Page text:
It seemed to me that in a big structural way there’s a quite noticeable absence of villains in the book. Could you talk about that as a narrative choice? Why no villains?
I generally understand people as following incentives. I don’t trust people’s stories of why they do things. I am not a huge believer in individual agency in a narrow sense.
Obviously, if Donald Trump had not run for president, American history would have been different. But I don’t think if Mitch McConnell was beaten in Kentucky a couple of years ago that the current Republican leadership would be dramatically different. Given the incentives of the system, I think what happened was going to happen one way or the other.
So there are obviously people I think of as villains in the sense that I find their values toxic. But, what I try to do with the book is tell you how a machine works, and what happens to almost everybody in it. I don’t think of the book as relaying an argument. I think of it as a model of how to understand politics — a model that I filter new information through and that now I want to give to you. What I want to tell you is how the thing is working.
That makes a lot of sense. I wonder though if we could expand the notion of villainy, not just to individuals, as much as institutions. A person could write this book and blame the entire thing on higher education or house leadership.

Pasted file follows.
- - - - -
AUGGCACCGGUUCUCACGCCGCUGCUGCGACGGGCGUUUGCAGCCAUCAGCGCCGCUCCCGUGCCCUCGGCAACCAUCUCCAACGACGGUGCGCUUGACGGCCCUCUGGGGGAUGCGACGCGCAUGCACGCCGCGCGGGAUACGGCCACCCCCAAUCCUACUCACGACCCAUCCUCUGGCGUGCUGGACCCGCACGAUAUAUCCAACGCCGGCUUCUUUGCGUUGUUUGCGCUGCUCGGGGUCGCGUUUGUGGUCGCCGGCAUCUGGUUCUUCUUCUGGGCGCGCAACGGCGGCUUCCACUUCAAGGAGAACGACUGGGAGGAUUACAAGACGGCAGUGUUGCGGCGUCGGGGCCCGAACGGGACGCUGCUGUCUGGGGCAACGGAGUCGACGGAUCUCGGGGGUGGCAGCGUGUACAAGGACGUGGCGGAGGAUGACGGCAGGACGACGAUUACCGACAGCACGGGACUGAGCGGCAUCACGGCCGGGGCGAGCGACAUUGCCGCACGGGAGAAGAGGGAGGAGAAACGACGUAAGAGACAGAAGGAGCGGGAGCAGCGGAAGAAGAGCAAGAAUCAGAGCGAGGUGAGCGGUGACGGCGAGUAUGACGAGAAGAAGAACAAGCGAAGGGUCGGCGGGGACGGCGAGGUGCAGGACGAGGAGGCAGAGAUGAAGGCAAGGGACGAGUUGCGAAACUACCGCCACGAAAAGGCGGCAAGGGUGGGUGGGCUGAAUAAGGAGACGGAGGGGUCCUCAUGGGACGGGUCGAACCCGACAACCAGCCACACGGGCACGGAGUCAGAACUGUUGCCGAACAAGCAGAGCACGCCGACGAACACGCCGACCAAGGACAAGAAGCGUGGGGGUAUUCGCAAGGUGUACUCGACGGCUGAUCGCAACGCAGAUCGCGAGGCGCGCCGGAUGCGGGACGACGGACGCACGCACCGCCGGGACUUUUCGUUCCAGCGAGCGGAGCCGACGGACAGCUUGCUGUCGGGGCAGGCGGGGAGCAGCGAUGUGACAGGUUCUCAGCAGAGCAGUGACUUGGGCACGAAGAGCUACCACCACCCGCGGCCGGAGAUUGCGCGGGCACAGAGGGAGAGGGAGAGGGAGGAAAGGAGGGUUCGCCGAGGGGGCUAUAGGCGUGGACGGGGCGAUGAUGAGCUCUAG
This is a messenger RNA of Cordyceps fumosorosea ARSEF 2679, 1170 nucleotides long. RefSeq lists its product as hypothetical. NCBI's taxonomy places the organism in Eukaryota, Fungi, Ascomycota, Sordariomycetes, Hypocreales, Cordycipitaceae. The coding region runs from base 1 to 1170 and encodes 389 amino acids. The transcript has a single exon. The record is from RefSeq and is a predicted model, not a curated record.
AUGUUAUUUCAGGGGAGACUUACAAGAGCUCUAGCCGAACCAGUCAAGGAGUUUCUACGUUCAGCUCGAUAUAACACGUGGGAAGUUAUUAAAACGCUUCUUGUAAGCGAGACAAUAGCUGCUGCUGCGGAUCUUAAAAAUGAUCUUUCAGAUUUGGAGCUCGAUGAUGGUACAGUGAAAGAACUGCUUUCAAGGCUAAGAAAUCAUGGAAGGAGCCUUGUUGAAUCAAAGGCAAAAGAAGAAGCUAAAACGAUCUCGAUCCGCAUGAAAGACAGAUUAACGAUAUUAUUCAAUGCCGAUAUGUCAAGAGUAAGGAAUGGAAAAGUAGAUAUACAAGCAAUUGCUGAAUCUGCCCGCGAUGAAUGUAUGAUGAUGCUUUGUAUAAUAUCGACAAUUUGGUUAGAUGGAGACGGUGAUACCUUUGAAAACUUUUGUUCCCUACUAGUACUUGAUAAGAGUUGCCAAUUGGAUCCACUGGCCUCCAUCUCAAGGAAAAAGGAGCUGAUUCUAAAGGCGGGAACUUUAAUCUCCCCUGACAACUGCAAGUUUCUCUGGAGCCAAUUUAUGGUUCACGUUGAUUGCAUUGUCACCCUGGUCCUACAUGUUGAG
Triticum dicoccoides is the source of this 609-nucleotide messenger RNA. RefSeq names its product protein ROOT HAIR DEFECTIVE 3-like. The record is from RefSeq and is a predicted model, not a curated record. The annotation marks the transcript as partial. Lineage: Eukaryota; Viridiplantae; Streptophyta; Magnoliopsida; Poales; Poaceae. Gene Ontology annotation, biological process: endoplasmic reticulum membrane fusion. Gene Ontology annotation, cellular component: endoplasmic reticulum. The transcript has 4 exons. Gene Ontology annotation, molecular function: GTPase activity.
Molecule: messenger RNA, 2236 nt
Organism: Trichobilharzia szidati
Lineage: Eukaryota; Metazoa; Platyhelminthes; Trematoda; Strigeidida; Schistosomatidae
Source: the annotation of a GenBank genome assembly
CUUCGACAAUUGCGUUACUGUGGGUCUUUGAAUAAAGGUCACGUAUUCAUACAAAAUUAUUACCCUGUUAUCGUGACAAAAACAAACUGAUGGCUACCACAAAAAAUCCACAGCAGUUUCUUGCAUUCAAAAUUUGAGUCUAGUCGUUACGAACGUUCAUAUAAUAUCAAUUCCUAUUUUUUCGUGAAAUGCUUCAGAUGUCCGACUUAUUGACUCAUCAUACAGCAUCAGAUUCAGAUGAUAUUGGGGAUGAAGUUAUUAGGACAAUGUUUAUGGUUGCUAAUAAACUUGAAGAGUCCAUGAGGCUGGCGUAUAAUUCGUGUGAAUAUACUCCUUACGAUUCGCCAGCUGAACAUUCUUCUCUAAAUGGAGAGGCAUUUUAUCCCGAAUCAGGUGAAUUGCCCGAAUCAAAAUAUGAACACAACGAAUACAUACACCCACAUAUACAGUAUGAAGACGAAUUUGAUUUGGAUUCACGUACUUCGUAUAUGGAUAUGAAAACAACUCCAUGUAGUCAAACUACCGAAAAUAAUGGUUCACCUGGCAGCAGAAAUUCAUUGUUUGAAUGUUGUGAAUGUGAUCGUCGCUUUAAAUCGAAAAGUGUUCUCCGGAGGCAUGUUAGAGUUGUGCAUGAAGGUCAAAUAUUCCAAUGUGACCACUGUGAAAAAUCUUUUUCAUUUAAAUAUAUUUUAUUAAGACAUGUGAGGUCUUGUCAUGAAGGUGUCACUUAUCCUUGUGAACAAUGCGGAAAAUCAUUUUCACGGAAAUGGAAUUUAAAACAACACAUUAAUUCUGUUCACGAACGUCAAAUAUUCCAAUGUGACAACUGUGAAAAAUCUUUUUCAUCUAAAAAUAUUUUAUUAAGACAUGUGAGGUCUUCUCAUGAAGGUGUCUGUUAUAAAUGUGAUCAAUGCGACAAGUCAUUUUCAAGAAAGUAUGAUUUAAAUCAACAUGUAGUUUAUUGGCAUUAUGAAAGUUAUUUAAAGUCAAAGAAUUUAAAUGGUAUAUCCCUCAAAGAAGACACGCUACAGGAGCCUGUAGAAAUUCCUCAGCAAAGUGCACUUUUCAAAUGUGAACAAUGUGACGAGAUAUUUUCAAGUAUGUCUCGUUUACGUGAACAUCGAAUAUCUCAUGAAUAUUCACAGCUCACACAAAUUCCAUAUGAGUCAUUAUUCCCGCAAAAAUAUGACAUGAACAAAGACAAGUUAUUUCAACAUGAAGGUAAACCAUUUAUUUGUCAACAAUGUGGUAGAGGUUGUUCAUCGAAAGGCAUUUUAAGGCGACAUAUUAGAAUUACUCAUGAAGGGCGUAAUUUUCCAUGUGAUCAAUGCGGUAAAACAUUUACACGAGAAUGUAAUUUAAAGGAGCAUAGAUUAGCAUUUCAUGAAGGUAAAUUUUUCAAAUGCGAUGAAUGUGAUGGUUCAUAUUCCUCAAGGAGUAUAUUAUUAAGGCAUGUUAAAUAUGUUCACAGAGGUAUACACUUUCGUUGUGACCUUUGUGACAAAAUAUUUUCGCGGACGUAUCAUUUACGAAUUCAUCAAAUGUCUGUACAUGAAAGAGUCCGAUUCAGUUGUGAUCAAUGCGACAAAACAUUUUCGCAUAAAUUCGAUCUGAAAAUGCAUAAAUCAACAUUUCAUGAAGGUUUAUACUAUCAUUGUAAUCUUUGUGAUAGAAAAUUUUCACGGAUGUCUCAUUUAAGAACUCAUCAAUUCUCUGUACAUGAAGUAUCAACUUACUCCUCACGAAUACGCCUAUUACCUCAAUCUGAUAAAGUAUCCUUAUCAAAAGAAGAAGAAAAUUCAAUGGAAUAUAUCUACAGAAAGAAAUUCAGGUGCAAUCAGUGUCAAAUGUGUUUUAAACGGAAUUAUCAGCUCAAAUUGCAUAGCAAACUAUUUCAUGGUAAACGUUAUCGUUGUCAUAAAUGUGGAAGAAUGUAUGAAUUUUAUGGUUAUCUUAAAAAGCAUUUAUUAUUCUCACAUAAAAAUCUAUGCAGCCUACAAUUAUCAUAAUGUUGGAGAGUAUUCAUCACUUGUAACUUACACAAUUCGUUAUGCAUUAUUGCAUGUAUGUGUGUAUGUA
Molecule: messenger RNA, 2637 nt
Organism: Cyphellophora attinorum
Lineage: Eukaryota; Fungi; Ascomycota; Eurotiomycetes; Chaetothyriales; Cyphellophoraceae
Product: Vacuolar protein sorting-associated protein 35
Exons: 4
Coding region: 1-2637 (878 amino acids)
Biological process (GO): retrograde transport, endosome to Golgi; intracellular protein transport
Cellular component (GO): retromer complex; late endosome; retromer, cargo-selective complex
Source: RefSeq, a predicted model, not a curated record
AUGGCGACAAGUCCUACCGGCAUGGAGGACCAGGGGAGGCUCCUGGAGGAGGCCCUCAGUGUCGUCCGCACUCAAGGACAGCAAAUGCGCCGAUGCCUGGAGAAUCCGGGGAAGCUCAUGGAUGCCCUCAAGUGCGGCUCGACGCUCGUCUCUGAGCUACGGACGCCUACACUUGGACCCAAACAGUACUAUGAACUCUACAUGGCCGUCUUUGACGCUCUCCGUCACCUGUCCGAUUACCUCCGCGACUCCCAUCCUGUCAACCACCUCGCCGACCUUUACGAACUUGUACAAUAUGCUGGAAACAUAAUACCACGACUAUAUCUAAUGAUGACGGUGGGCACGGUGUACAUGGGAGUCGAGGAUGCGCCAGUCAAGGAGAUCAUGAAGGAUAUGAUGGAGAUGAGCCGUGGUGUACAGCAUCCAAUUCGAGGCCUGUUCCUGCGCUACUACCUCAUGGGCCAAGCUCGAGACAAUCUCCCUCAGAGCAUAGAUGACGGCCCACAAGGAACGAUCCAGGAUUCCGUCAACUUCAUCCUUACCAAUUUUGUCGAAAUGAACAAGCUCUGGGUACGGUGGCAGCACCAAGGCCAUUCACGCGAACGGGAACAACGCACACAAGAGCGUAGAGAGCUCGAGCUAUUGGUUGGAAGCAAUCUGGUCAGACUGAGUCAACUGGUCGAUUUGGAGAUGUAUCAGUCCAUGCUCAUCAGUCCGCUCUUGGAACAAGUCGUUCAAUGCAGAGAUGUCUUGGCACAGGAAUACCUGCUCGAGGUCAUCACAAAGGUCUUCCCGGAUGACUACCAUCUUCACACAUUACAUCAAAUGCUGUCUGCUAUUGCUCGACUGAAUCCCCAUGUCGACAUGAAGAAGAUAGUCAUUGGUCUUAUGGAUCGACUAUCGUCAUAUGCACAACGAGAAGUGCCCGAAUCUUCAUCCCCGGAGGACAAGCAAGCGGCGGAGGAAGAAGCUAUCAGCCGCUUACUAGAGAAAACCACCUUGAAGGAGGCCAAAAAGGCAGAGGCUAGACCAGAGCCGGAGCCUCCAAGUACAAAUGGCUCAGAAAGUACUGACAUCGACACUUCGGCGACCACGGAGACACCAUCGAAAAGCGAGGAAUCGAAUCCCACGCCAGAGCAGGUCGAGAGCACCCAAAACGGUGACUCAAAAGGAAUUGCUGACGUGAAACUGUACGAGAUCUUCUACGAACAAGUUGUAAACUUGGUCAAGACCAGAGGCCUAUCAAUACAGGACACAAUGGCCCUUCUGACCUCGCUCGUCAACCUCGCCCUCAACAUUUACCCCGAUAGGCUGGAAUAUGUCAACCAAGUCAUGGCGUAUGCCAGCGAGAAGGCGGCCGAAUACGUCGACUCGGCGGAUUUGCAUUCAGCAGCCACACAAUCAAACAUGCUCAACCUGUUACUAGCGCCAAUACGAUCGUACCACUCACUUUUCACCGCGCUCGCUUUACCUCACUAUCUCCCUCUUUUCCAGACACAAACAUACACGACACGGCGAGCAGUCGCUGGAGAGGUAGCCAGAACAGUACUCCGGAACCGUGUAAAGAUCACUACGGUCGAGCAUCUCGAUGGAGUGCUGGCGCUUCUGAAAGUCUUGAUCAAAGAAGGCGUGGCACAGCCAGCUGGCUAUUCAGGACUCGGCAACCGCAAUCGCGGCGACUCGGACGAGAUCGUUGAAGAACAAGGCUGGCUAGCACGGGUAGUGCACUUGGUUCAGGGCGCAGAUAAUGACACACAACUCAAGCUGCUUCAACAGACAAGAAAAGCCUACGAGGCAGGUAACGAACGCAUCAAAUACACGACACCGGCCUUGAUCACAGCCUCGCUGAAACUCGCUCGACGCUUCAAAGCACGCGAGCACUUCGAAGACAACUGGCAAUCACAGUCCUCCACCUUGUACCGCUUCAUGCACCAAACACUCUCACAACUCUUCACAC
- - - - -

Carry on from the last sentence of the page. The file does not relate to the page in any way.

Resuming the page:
The thing that I find tricky here is that I wanted to call some institutions villains, but I had a lot of trouble figuring out a chain of causality. I’ll give you an example. I am still caught in this question: Is Fox News the problem, or is Fox News a symptom of a problem? It is hard for me to tell.
Fox News obviously is driving the Republican Party. But when I look at moments when I think Fox News wanted to drive things in a different direction, things get messy. One example is when Fox News decided they were going to take Trump on in the first Republican primary debate. So, Megyn Kelly and Chris Wallace and Bret Baier really laid into him about things he said before about how Canadian health care is great and all the terrible things he said about women. So, Trump gets into a fight with Fox news and wins. Fox basically submits to him a year later: Megyn Kelly is gone, and now you’ve got Tucker Carlson channeling Trump at the 8 pm hour.
The same holds with politicians. There’ve been a number of Republicans who have tried to challenge Trump — Justin Amash, Mark Sanford, Bob Corker, Jeff Flake — and they just get destroyed as did the 16 Republicans that Trump ran against. So, on the one hand, clearly Donald Trump is an individual — is an agent who made decisions that really changed the structure of American politics. But clearly it wasn’t just him. He had figured out what was true about the audience.
So, I’ve had trouble assigning the causality or even figuring out where it begins. All of these things seem to be in a dynamic relationship with each other. So it is hard to figure out whether if you replaced a given player or institution you would really get a different result.